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Adam reports on Panama work

During July and August I spent time working with amphibians in Western Panama.  Most of the work was carried out at high elevations, searching for endangered species. High elevation forests are usually home to many unusual and diverse amphibians, but due to the climate in the highlands being quite cool compared to the heated lowlands its also an environment where the deadly chytrid fungous is able to thrive. As a result, these areas have suffered massive amphibian declines within the past decade, with species that were once believed to be common now facing extinction.


High elevation cloud forest, Western Panama (c) Adam Bland

For the first week of our fieldwork it was decided we visit what is to believed to be the last known site in Panama for the Red-eyed Stream Frog, Duellmanohyla uranochroa.  This is a critically endangered species of stream breeding tree frog, which also occurs in few sites in Costa Rica.  Andreas Hertz, who was a member of our team, last surveyed this site in 2008 which resulted in finding only 2 adult specimens and few tadpoles. These all tested positive for chytrid infection so he was very keen to return to the site to see how this population was getting on. Well,  I am very pleased to say that after many hours searching late into the night we discovered several populations of this beautiful species still living along three separate streams. Within the streams we also discovered many tadpoles!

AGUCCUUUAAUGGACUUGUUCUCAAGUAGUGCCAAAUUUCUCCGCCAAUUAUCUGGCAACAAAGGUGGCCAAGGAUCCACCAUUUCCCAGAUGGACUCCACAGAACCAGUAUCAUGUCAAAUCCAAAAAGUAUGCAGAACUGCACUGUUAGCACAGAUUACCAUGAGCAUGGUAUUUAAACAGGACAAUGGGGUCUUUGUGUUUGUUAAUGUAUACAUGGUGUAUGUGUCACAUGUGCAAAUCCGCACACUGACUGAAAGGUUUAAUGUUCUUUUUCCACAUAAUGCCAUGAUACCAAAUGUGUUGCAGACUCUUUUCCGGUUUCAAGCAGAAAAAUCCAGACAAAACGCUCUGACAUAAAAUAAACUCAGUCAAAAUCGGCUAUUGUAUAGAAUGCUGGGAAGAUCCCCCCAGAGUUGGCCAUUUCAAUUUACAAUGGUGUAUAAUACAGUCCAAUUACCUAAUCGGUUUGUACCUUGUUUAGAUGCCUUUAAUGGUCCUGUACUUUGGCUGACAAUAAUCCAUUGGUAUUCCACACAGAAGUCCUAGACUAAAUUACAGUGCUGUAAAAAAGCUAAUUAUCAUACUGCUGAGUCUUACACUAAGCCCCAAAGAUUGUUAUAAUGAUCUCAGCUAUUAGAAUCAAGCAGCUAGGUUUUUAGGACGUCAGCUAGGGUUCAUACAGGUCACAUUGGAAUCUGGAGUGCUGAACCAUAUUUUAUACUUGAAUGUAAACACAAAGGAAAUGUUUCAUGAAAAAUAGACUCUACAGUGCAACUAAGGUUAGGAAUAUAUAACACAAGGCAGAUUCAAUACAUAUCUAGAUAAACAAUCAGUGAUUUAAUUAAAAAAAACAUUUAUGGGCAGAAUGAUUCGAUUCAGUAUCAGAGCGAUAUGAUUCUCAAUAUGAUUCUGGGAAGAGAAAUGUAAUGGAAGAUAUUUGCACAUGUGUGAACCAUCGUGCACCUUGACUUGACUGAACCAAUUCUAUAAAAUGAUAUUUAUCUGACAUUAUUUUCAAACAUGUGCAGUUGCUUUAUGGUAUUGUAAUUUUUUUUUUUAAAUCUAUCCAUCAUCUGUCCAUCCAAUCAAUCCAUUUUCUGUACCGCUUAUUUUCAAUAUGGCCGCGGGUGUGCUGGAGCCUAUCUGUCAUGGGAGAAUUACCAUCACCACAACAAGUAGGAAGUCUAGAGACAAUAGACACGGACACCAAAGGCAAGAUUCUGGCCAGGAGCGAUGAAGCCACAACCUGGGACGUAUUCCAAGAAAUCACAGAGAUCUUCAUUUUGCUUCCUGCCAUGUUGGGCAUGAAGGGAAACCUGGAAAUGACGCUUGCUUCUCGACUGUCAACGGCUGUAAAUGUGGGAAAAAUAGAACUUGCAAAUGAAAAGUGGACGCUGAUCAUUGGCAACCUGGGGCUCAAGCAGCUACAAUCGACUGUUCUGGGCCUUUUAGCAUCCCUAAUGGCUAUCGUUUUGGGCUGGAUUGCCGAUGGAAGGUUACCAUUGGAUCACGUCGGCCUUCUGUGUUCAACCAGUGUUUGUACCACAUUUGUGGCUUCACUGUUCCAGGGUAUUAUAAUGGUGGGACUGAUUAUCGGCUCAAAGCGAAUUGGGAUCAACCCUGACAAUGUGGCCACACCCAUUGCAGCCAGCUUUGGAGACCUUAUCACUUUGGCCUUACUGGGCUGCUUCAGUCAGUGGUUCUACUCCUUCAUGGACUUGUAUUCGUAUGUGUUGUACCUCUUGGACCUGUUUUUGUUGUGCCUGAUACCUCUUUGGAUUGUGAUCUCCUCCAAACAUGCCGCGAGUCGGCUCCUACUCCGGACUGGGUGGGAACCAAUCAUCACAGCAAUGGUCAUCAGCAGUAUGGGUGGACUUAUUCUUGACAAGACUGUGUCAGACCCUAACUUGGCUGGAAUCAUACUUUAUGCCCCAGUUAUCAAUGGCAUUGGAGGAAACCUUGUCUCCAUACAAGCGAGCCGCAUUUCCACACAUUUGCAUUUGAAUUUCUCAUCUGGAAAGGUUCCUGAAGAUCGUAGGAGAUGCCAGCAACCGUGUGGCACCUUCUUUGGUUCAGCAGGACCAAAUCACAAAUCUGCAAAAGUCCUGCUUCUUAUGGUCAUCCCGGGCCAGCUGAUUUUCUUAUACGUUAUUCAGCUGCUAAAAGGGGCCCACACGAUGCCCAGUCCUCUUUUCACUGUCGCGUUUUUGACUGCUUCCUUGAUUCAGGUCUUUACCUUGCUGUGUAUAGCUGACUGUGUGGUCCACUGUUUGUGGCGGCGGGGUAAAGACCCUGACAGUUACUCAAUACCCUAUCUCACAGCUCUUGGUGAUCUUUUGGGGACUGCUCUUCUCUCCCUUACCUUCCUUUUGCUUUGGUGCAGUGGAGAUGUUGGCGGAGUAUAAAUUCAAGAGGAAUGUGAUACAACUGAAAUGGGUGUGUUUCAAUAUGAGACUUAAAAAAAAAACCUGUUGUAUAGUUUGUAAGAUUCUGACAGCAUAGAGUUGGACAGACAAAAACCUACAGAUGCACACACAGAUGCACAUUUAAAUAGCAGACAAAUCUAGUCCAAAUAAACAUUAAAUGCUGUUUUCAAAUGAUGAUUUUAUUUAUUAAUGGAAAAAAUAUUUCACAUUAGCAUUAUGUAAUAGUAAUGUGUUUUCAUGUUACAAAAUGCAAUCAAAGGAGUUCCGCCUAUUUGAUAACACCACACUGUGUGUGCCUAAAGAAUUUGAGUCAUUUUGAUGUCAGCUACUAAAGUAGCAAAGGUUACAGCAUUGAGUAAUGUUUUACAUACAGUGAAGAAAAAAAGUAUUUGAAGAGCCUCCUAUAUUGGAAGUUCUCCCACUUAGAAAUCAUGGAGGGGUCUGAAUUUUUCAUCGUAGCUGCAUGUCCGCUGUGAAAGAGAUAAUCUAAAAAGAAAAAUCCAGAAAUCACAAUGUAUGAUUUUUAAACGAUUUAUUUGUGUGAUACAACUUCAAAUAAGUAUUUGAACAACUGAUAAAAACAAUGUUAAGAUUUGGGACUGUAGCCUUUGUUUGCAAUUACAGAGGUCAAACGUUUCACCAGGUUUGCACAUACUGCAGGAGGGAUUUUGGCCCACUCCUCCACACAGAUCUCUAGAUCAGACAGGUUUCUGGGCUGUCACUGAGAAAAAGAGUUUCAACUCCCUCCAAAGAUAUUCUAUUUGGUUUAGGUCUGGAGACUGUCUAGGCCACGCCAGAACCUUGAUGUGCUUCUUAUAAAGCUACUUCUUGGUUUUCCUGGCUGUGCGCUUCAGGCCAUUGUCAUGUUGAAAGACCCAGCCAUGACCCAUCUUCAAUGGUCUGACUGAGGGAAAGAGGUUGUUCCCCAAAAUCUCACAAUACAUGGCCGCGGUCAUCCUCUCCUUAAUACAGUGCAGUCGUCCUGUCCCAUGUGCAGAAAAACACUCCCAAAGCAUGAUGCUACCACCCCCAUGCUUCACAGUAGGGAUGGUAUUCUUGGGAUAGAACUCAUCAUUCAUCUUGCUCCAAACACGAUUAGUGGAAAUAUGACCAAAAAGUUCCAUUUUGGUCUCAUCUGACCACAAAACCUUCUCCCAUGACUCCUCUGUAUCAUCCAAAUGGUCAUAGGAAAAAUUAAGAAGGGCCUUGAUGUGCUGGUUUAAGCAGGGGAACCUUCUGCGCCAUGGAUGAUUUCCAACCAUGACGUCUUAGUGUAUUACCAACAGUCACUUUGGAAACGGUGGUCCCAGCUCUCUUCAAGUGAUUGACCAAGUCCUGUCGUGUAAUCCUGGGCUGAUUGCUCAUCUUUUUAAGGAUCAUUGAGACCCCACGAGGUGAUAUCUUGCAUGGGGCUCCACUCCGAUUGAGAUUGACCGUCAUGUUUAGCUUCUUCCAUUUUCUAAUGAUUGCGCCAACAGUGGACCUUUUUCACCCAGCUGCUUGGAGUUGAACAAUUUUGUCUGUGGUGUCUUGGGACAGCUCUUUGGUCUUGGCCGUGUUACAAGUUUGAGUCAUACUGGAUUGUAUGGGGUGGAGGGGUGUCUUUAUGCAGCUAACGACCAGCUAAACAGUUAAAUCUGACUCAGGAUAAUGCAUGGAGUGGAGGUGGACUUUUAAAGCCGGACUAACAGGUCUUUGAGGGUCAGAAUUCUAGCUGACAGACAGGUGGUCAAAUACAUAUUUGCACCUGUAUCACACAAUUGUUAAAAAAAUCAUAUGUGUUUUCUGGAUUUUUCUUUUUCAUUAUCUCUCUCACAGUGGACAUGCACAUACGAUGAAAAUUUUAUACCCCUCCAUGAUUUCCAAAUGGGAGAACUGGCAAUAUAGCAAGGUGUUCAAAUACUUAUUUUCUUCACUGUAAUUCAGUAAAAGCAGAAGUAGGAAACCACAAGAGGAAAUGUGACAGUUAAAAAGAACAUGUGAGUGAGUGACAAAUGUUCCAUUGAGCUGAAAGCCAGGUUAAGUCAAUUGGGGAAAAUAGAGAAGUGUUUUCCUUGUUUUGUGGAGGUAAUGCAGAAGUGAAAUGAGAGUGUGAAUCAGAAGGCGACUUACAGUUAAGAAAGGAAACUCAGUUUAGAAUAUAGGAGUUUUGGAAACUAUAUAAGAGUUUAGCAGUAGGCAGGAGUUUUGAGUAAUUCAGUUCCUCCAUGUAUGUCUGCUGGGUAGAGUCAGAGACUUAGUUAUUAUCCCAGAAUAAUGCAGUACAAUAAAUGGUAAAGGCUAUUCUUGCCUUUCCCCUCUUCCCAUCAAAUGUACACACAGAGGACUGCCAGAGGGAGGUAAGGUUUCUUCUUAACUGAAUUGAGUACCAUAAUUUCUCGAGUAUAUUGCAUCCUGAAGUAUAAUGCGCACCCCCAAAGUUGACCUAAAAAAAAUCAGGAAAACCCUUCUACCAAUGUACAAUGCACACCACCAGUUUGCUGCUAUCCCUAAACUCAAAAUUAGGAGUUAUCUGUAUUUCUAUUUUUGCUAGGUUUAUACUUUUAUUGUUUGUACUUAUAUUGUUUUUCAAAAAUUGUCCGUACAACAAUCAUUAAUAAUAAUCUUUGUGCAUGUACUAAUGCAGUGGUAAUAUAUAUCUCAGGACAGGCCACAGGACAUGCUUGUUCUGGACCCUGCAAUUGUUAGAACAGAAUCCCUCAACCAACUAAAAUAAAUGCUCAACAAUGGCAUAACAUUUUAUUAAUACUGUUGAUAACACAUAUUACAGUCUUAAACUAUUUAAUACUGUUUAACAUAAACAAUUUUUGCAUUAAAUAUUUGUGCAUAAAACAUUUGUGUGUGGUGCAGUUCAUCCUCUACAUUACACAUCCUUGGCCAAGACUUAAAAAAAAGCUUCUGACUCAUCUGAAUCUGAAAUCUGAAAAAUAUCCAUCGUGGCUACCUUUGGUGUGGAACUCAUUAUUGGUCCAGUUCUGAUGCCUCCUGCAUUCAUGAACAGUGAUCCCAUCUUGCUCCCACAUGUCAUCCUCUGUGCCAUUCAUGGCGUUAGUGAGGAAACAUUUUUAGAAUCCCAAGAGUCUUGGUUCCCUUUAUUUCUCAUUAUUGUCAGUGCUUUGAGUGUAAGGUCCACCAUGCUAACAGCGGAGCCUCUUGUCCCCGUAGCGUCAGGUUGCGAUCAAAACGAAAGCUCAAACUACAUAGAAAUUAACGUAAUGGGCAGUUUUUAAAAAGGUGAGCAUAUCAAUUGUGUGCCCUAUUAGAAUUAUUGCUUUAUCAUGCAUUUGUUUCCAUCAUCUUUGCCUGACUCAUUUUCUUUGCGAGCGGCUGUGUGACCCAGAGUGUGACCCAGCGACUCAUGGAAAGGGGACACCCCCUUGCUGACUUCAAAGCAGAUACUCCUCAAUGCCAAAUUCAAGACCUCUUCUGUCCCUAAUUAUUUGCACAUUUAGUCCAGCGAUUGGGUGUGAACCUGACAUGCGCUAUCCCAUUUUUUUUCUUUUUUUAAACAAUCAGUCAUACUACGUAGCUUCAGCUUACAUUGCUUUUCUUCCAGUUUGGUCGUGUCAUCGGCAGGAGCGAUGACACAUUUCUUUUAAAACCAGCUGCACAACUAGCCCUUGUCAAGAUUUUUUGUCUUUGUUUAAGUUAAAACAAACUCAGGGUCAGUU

Duellmanohyla Uranochroa (c) Adam Bland

Every individual adult and tadpole was swabbed for chytrid and released. However,  although we suspect they were still infected with the fungus it appears that these animals may have found a way to survive it because they all appeared to be extremely healthy.  To find this population doing well and perhaps even on the increase is great news for this species, which not too long ago was considered to be possibly extinct! Although their existence appears to be in a very fine balance, and further research is needed to assess the status of amphibian populations in these mysterious cloud-filled forests, its very encouraging to know some may be recovering from past die-offs.

Adam’s Page           Footage of Duellmanohyla uranochroa            Brian’s Page

Below is Brian Kubicki in Costa Rica with the very closely related species, Duellmanohyla rufioculis:


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